Throughout the rest of this column, I’ll cover the components that make up a finding, again using the same fictional example: Middlepacker.com, a Web site for runners. This fictional site helps people learn more about running and sign up for races in their own locale.
Compiling Your Research Findings
Once you’ve completed data collection, you’ll hopefully have mounds of useful information that you need to communicate to your key stakeholders. You’ve also identified themes—observations of behaviors that recurred either across multiple sessions or a particular session—which could help stakeholders understand how users might interact with your product. For more about identifying themes, refer to this previous edition of Discovery: “Data Analysis: Making Sense of Tally Sheets.”
All findings comprise the same three components, as follows:
A key, high-level insight or observation
Evidence that supports this insight or observation
Key takeaways—what you can learn from this insight. These takeaways could be actionable recommendations or inform the mindset of stakeholders and, thus, influence the direction of the product.
Now, let’s look at each of these components in greater depth.
Identifying Your Key, High-level Observation or Insight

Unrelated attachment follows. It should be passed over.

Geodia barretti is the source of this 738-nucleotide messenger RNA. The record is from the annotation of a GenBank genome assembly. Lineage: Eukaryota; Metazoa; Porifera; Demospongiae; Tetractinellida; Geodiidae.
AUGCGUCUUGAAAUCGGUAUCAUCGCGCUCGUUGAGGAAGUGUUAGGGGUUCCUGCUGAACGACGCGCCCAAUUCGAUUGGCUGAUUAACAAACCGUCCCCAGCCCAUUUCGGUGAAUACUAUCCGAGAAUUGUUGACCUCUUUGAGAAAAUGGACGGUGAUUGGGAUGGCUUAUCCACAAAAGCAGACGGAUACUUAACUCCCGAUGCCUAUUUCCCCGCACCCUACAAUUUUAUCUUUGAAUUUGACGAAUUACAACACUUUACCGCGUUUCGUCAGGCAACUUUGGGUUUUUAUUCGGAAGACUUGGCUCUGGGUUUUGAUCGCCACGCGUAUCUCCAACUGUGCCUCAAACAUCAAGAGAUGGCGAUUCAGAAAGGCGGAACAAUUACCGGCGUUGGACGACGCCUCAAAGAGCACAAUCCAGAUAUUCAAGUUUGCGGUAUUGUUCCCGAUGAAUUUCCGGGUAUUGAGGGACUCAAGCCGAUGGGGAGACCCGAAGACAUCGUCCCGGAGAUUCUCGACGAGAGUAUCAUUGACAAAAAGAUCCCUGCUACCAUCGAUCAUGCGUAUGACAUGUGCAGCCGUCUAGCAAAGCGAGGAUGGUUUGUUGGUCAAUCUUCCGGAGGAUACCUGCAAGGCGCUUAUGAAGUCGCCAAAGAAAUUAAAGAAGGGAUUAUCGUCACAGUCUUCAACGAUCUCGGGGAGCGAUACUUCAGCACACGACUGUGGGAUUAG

Remember that observations and insights are not the same thing. An observation is something researchers and stakeholders witnessed during a research session. It answers this question: What did we see and hear during the session? In contrast, an insight is something you’ve learned from what you observed during your research. Thus, it’s an interpretation of what you observed rather than an actual user behavior. Insights answer the questions in the minds of your stakeholders—for example: What can I learn from this research that I didn’t already know? Which of my initial hunches can I now confirm? Let’s look at some examples of an observation and an insight.
An Example Observation
Let’s say you’ve interviewed twelve participants when concept testing Middlepacker.com and are now analyzing your data to identify some obvious themes. During your analysis of the registration process, you noticed that most participants—except one—took a while to locate the Register link. Many participants became extremely frustrated, indicating that they would probably just give up and use a competing Web site that provides the same services. But some said they would look for a support phone number to call to find out how to begin the registration process. So far, everything I’ve described are observations—not opinions or perspectives on what you observed.